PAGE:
Farmers have to work really hard in the field, before they can reap a harvest, but what happens if they are sick and not able to work. Greg Bishop is a farmer who is is a fight with cancer and needs all the help he can get to tend to his crops.
But thankfully for Bishop who lives in the loving west Texas community where other local farmers are lending him a helping hand tending to his cotton crops while he fights leukemia and undergoes chemo. His crops cover 1,200 acres in Floyd County, but because of his weakened immune system and overall health, Bishop was advised not to go outside and do hard labor in the fields.
His farmer neighbors brought machinery worth $12 million to Bishop’s farm, and they started harvesting his cotton field by 3 p.m. the very same day. Aaron Hendricks, general manager of Floydada Co-Op Gins says, “He’s a very good Christian man,” and added, “Just a good-hearted man. He’s very humble. He’s just the best person.”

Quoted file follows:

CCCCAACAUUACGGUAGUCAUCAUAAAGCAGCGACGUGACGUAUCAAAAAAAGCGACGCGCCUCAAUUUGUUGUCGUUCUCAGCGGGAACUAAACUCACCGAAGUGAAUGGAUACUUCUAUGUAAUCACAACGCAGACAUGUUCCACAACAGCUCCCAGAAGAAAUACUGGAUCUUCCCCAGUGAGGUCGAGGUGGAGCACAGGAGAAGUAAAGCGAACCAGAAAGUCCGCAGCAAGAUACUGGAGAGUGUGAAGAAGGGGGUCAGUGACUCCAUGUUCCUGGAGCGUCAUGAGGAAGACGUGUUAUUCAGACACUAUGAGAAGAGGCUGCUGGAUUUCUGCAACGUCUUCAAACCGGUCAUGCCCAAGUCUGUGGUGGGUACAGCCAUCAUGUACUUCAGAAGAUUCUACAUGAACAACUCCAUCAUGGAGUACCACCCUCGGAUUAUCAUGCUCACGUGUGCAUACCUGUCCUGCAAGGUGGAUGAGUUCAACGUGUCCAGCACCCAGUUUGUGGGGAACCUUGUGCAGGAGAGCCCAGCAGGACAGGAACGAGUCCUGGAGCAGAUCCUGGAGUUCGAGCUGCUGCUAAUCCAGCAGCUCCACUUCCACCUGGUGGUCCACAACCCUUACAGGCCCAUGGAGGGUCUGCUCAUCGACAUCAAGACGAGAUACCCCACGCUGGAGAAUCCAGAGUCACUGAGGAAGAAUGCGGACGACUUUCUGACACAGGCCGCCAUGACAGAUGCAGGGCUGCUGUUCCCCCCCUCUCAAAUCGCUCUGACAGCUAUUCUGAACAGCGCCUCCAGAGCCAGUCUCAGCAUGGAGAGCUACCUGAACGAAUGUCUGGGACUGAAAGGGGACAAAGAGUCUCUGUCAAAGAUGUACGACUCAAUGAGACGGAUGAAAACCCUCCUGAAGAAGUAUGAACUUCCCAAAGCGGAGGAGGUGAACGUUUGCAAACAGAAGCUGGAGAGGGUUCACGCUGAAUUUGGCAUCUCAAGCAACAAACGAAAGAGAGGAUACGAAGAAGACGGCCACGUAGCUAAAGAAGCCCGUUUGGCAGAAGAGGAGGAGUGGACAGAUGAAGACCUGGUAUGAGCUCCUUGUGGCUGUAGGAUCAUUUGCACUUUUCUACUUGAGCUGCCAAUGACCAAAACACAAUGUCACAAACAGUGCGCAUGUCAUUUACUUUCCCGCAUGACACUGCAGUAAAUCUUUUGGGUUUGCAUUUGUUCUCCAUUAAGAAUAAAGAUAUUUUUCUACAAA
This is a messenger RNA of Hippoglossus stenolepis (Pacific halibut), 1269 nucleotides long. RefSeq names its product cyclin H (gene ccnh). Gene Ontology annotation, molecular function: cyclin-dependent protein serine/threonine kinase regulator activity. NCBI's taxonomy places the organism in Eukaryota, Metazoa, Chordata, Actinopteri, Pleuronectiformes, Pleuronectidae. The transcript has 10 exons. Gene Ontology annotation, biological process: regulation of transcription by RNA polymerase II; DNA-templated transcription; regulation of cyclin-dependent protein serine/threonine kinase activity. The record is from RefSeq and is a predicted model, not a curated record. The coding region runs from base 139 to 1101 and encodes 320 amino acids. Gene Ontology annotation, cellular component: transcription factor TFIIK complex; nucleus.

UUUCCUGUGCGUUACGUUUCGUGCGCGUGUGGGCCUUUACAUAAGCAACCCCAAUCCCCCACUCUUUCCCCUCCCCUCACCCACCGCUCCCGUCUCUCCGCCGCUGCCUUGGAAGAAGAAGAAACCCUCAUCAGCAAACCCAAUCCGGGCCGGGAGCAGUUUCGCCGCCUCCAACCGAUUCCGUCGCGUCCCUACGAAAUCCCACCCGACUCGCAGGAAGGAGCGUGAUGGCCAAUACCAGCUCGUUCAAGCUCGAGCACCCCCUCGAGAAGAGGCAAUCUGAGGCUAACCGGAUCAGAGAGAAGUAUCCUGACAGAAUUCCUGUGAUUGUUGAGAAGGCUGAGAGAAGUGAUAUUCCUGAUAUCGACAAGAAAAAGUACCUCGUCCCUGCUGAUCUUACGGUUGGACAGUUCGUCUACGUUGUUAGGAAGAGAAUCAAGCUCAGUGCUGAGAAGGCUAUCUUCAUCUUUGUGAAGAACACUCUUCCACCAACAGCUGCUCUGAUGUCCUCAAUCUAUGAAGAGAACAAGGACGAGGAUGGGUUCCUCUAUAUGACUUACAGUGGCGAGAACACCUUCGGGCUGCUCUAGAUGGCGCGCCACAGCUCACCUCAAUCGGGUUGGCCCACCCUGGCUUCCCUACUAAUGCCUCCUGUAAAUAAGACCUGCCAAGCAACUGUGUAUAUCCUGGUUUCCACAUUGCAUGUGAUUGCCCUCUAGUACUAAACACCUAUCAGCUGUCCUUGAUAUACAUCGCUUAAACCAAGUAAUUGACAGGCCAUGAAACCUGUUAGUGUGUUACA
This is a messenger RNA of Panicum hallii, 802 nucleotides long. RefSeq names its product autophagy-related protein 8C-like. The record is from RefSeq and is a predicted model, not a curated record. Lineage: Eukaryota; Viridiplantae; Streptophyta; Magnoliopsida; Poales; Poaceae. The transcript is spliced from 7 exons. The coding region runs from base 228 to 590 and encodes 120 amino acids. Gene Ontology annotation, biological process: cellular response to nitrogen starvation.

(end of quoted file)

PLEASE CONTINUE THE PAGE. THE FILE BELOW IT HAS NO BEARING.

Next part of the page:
Hendricks has known Bishop for the last 25 years and wants everyone to know how kind a guy he is. He had 35 to 40 people coming in to his office the day to help Bishop during this difficult time. Hendricks said that the farmers willingly came to help him by organizing machinery and watching Bishop’s farm to keep a track of when the cotton would be ready to be harvested.
People even came from long distances to help Bishop out, who was clearly overwhelmed by this outpouring of generosity from the community. He was thanking each and everyone who helped him out, but nobody felt the need for getting any thanks as they just were thankful for Bishop and all he had done for the community and just wanted to help him out.
They did not stop there but have even started a fundraiser to help Bishop stay in Dallas for the medical treatment he needs. He also needs to travel to Baylor for a 100 days for a a bone marrow transplant and many people in the community are already volunteering to see if their bone marrow is a good match.